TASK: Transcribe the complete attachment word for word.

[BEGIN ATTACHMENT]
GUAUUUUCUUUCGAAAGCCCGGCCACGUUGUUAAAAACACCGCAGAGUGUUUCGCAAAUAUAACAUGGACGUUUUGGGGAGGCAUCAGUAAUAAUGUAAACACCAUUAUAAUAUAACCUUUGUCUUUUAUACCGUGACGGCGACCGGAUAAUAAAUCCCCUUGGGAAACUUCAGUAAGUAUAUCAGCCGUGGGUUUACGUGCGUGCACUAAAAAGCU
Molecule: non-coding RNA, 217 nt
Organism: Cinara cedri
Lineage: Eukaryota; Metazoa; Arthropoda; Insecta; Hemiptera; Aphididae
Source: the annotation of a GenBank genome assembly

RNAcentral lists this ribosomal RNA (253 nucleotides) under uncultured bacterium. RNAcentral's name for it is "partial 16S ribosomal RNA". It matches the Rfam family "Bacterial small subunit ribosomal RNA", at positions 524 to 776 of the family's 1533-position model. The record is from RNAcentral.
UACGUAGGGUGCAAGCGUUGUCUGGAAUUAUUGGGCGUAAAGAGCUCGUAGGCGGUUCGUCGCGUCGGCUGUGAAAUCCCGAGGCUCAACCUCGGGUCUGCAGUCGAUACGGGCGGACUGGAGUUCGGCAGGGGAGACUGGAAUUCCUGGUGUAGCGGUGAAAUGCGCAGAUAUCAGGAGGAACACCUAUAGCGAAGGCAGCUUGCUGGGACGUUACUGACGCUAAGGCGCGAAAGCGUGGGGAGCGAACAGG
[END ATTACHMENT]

GUAUUUUCUUUCGAAAGCCCGGCCACGUUGUUAAAAACACCGCAGAGUGUUUCGCAAAUAUAACAUGGACGUUUUGGGGAGGCAUCAGUAAUAAUGUAAACACCAUUAUAAUAUAACCUUUGUCUUUUAUACCGUGACGGCGACCGGAUAAUAAAUCCCCUUGGGAAACUUCAGUAAGUAUAUCAGCCGUGGGUUUACGUGCGUGCACUAAAAAGCU
Molecule: non-coding RNA, 217 nt
Organism: Cinara cedri
Lineage: Eukaryota; Metazoa; Arthropoda; Insecta; Hemiptera; Aphididae
Source: the annotation of a GenBank genome assembly

RNAcentral lists this ribosomal RNA (253 nucleotides) under uncultured bacterium. RNAcentral's name for it is "partial 16S ribosomal RNA". It matches the Rfam family "Bacterial small subunit ribosomal RNA", at positions 524 to 776 of the family's 1533-position model. The record is from RNAcentral.
UACGUAGGGUGCAAGCGUUGUCUGGAAUUAUUGGGCGUAAAGAGCUCGUAGGCGGUUCGUCGCGUCGGCUGUGAAAUCCCGAGGCUCAACCUCGGGUCUGCAGUCGAUACGGGCGGACUGGAGUUCGGCAGGGGAGACUGGAAUUCCUGGUGUAGCGGUGAAAUGCGCAGAUAUCAGGAGGAACACCUAUAGCGAAGGCAGCUUGCUGGGACGUUACUGACGCUAAGGCGCGAAAGCGUGGGGAGCGAACAGG